Symptoms vary depending on the type of personality disorder. They can range from mild to severe.

Types of This Disorder

The Diagnostic and Statistical Manual of Mental Disorders (DSM-5), which is the standard reference book for recognized mental illnesses, organizes personality disorders into three main categories, with several types of personality disorders in each category.

Eccentric personality disorders
People with these disorders often appear odd or peculiar. The eccentric personality disorders include:

Paranoid personality disorder. Paranoia is the hallmark of this disorder. People with paranoid personality disorder have a constant mistrust and suspicion of others. They believe that others are trying to demean, harm, or threaten them.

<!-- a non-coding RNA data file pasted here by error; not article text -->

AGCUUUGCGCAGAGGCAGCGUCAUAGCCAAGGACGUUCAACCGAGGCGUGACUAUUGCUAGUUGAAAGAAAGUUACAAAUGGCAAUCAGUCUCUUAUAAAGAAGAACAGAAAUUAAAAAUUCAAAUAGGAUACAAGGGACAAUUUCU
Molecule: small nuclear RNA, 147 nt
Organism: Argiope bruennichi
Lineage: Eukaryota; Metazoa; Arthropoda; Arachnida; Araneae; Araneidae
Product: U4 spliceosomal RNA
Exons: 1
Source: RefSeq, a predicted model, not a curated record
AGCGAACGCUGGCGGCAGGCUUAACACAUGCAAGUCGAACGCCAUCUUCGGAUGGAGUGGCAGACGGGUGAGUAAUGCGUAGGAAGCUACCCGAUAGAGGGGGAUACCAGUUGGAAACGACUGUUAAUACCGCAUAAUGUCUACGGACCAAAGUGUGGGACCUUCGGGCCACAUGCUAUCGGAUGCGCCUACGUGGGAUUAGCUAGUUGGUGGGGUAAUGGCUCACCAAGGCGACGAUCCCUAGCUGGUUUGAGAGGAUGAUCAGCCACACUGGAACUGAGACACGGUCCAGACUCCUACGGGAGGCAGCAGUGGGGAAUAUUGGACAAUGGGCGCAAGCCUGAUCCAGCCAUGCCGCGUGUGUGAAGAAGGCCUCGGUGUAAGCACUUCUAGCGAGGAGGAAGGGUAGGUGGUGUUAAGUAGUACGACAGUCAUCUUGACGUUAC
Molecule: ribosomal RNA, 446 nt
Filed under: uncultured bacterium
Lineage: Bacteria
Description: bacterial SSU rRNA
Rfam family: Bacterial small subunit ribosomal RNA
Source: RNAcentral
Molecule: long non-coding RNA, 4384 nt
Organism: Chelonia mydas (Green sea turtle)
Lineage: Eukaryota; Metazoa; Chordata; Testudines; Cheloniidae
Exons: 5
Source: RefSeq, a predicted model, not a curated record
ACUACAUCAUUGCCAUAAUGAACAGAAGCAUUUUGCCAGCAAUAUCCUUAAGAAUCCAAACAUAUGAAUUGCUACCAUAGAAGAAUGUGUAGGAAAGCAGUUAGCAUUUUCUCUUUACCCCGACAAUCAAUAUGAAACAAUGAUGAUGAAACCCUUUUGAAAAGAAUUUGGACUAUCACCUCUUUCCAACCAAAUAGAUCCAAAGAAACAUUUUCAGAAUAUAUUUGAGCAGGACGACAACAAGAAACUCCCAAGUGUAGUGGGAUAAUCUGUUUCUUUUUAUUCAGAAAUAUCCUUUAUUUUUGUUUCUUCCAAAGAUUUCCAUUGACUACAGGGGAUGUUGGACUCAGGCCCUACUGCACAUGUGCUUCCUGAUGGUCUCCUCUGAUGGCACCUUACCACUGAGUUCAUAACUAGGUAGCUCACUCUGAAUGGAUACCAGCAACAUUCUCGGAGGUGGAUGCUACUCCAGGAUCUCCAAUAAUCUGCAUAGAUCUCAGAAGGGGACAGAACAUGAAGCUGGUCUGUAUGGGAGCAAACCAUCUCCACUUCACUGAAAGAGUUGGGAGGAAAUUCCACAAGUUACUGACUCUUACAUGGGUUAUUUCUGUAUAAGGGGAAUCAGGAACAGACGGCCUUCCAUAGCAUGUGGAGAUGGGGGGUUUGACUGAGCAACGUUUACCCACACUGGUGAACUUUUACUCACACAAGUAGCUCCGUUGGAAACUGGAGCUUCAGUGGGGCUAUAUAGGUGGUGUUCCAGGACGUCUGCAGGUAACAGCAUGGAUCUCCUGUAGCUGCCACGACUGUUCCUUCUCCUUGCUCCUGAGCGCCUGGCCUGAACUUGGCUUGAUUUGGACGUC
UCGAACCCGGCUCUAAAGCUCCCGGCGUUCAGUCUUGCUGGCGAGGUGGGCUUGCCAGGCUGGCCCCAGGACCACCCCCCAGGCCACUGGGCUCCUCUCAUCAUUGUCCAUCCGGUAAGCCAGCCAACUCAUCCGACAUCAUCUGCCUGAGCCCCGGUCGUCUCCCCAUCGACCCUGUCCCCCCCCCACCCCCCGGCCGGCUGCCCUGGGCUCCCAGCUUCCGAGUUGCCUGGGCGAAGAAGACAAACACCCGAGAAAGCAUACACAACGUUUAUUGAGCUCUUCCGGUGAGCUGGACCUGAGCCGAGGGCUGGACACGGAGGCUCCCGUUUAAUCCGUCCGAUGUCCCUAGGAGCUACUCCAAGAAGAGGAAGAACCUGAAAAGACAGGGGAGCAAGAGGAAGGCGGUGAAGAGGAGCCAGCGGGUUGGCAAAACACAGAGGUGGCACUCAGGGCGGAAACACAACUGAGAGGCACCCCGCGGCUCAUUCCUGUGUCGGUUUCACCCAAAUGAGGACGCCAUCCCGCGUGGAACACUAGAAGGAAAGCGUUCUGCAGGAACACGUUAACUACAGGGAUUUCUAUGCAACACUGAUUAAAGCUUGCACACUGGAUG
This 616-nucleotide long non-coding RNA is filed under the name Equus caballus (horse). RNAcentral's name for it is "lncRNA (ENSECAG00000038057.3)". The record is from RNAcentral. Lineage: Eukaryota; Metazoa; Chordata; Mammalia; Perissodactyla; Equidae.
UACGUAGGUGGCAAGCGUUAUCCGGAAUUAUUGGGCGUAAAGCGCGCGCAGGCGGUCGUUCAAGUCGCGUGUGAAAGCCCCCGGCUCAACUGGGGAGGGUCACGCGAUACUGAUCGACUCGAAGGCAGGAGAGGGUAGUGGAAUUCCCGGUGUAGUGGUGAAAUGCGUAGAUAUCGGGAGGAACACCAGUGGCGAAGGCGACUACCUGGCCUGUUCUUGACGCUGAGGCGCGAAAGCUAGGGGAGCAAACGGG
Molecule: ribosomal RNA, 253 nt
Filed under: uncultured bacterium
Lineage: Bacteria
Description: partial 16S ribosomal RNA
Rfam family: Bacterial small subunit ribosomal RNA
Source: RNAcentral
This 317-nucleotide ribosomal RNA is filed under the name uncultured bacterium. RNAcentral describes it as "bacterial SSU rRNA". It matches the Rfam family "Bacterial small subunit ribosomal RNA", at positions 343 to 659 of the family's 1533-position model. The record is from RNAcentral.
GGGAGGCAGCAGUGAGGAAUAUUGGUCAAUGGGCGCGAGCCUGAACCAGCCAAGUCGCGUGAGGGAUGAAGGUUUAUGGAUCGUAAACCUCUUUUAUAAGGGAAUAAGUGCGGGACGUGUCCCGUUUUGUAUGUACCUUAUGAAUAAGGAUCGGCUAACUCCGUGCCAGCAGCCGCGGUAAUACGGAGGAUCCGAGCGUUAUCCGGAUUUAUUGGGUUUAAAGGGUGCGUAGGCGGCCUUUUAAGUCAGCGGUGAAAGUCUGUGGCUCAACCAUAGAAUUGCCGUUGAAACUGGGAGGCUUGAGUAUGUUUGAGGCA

Schizoid personality disorder. People with this disorder are distant, detached, and indifferent to social relationships. They generally are loners who prefer solitary activities and rarely express strong emotion.
Schizotypal personality disorder. People with this disorder display unusual thinking and behavior, as well as appearance. People with schizotypal personality disorder might have odd beliefs and often are very superstitious.

Dramatic personality disorders
People with these disorders have intense, unstable emotions and a distorted self-image. They also often tend to behave impulsively. These disorders include:

Antisocial personality disorder. People with this disorder are sometimes called “sociopaths” or “psychopaths.” This disorder is characterized by rash, irresponsible, and aggressive behavior, which often is expressed by a disregard for others and an inability to abide by society’s rules. People with this disorder often commit serious crimes and have a lack of remorse for their actions.